For those who have found a sense of calling in direct service with families, we have an obligation to improve the conditions that support them to stay doing what they feel called to do. At a systems level, ensuring equal access to high quality professional development that reflects the lived experience in the language of practitioners is a critical component. For those who want their experience with families to be a foundation for something next, we have an obligation to support their exploration of where in the field of home visiting they could be.

Home visitors often don’t have a seat at the table. Too often decisions are made that directly impact the work that home visitors do – without their feedback involved in the process. Engaging and authentically incorporating practitioner voice from the very beginning in decision-making processes brings critical expertise to the table.

Our Challenge to the Field:

We invite you to engage in further exploration of these issues with us and others from across the home visiting field at the upcoming virtual National Home Visiting Summit in March, 2023. The National Home Visiting Summit is a great opportunity to become personally and professionally inspired to explore who is involved and what is happening across the field of home visiting. The Summit emphasizes the importance of attracting, retaining, and advancing BIPOC representation and voice in all sectors of the field. It’s an opportunity to ask yourself what else you could do to open the ‘front door’ to a racially, culturally, and linguistically diverse, next generation of home visitors and to inspire today’s practitioners to find the place where they can make a valued contribution to the field.

The National Home Visiting Summit

Join us March 14-16, 2023, for the 12th annual National Home Visiting Summit as we virtually bring together a growing community of systems leaders, researchers, practitioners and more to advance the home visiting and early childhood fields.

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Yesterday, the United States’ 117th Congress passed its end-of-year omnibus bill, which notably included reauthorization of the Maternal, Infant, and Early Childhood Home Visiting (MIECHV) Program. The final package includes the highest level of federal investment in and commitment to home visiting in over a decade – doubling federal investments to $800 million over five years, a doubling of the Tribal set-aside from 3% to 6%, development of new home visiting data dashboards and the continuation of virtual home visits.

This MIECHV reauthorization cycle has been a clear testament to strong bipartisan recognition that home visiting, as well as other early childhood programs, are focal priority areas for families and the early childhood workforce. Start Early is especially proud of the strong showing of support from the Congressional delegations in our home states of Washington and Illinois. We are particularly grateful to Illinois Representative Danny K. Davis (D-IL7) for serving as a true home visiting champion and the original co-sponsor of the House of Representatives’ MIECHV reauthorization bill.

An estimated 140,000 families across the United States partner with home visitors each year to enhance parent-child relationships and improve physical health, mental health, learning and safety outcomes. With this five-year reauthorization and expanded funding levels, MIECHV-funded programs will have increased stability and resources to enhance existing services, reach new constituents, increase compensation for home visitors and continue to evaluate their impact on children and families.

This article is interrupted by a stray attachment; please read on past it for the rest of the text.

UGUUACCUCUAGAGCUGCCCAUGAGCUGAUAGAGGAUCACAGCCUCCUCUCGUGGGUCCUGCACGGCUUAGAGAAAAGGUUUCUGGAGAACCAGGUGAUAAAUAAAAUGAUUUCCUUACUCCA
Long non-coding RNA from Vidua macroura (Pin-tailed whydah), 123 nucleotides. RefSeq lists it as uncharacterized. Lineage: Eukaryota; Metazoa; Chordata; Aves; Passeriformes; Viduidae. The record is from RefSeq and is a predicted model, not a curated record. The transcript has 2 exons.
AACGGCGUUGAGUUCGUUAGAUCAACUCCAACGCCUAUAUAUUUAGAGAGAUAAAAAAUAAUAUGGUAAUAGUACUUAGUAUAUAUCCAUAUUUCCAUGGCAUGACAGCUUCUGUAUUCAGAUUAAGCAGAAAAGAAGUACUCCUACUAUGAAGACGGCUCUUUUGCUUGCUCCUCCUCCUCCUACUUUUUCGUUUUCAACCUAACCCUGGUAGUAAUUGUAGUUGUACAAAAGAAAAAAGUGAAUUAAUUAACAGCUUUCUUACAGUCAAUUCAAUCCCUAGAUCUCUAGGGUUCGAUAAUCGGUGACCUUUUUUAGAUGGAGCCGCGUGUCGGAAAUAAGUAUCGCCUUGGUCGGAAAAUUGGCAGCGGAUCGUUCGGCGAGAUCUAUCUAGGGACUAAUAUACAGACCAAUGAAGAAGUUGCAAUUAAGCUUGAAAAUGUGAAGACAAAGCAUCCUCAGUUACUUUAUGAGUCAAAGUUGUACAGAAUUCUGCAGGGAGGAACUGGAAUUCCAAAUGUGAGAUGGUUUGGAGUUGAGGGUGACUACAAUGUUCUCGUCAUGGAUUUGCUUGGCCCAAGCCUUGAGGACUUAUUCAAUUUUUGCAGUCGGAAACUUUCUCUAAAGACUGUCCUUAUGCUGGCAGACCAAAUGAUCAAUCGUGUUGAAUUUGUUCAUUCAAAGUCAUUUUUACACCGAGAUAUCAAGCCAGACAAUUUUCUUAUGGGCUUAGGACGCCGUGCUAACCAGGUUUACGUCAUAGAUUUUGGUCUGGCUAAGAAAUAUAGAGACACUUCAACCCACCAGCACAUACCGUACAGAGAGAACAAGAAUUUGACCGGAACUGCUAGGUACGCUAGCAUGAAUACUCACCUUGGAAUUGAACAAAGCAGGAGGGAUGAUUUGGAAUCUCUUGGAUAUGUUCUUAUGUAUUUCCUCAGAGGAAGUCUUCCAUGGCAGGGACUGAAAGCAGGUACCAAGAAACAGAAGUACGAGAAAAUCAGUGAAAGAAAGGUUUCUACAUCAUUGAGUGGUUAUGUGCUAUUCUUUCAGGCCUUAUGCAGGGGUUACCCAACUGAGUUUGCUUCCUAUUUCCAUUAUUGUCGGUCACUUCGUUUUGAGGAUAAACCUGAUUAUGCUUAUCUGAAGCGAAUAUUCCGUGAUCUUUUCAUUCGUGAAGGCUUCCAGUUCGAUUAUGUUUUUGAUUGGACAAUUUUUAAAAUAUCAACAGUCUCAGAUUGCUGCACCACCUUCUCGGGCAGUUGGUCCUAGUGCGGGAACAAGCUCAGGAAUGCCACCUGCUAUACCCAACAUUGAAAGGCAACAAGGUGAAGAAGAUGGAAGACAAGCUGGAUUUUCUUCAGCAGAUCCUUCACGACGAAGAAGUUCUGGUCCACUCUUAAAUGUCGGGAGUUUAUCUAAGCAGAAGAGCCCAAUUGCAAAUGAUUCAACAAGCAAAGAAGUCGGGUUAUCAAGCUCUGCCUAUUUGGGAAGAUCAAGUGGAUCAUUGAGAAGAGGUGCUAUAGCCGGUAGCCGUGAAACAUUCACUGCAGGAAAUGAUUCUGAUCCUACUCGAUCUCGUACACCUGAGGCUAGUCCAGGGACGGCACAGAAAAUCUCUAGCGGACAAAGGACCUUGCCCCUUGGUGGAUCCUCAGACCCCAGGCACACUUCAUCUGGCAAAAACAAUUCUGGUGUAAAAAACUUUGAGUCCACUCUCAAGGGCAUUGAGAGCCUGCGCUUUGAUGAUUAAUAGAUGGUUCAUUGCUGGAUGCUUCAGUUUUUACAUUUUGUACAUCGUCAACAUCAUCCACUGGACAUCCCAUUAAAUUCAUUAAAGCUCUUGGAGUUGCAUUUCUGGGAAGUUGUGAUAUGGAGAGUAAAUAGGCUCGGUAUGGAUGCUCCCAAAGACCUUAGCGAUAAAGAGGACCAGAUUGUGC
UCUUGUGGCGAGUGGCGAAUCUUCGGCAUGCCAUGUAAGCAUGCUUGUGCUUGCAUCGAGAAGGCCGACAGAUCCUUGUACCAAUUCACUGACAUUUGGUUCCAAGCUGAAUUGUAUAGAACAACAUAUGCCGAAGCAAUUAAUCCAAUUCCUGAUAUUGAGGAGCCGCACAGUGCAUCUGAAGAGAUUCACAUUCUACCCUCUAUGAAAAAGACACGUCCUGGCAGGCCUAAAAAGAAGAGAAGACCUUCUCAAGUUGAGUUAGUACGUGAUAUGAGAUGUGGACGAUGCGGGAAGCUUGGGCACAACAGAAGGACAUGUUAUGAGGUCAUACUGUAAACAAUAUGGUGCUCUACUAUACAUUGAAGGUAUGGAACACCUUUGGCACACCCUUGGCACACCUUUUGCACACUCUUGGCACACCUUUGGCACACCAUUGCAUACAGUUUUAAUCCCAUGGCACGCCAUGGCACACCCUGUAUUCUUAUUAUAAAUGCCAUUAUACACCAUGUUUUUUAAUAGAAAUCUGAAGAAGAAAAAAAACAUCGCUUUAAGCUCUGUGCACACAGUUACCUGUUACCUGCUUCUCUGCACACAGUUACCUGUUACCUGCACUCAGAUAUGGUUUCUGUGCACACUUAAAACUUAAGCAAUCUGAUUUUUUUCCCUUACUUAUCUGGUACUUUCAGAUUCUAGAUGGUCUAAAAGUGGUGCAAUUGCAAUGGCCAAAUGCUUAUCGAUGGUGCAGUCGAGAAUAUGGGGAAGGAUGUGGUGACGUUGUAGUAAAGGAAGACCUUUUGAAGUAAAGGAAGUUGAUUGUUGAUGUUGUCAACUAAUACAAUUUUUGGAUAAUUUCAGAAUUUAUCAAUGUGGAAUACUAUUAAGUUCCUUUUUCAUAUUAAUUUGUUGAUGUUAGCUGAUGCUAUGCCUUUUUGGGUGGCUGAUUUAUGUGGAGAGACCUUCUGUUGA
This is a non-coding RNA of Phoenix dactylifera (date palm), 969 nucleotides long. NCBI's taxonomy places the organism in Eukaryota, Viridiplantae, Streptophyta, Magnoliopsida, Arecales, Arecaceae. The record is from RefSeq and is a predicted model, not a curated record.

Start Early is deeply proud and thankful to be a member of the National Home Visiting Coalition Steering Committee and for the Committee members’ partnership in advancing this critical funding source in Congress over the last several months. We join other Coalition members in thanking Congress and recommitting ourselves to partnering with the Department of Health and Human Services in support of MIECHV implementation in states and communities across the country.

In addition to reauthorizing and expanding MIECHV, the final package includes funding for a wide array of family-facing programs, including:

  • The Child Care Development Block Grant (CCDBG), funded at $8,021,387,000 (a 30.1% increase over the FY 2022 level)
  • The Preschool Development Grant (PDG), funded at $315,000,000 (a $25,000,000 increase over the FY 2022 level)
  • The Individuals with Disabilities in Education Act (IDEA), funded at $420,000,000 for Part B (an increase of $10,451,000 over the FY 2022 level), $540,000,000 for Part C grants for infants and toddlers (an increase of $43,694,000 over the FY 2022 level), and $14.19 billion grants to states (an increase of $850,000,000 over FY 2022 level)
  • Head Start, funded at $11,996,820,000 (an increase of $960,000,000 over the FY 2022 level)
  • The National Child Traumatic Stress Initiative, funded at $93,900,000 (an increase at $12,000,000 over FY 2022 level)
  • Child Care Access Means Parents in School (CCAMPIS), funded at $75,000,000 (an increase of $10 million over the FY 2022 level)

These comprehensive investments align closely with Start Early’s long-held belief that we must strengthen and expand the many, intersecting systems that serve children and families to create a continuum of support that meets their diverse needs. The suite of family-serving programs supported by Congress in their year-end spending bill supports the mental, physical and economic needs of caregivers and the early childhood workforce.

While we celebrate these major wins for children and families, we recommit ourselves in the new, 118th Congress to advocate for early childhood supports that were not included in the omnibus. The Child Tax Credit and Child and Adult Care Food Program (CACFP) are critical supports for families with low incomes, and Start Early is disappointed that these programs were not included in Congress’s year-end package. We call on the new Congress to partner with the early childhood field to extend and expand these critical programs in line with the new, approved investments and prioritize the health and success of children, families and the early childhood workforce.